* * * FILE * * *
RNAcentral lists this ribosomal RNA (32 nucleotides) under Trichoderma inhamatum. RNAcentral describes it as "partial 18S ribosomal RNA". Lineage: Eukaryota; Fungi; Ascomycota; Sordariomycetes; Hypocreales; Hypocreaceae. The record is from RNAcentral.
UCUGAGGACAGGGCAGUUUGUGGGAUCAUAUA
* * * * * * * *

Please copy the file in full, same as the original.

RNAcentral lists this ribosomal RNA (32 nucleotides) under Trichoderma inhamatum. RNAcentral describes it as "partial 18S ribosomal RNA". Lineage: Eukaryota; Fungi; Ascomycota; Sordariomycetes; Hypocreales; Hypocreaceae. The record is from RNAcentral.
UCUGAGGACAGGGCAGUUUGUGGGAUCAUAUA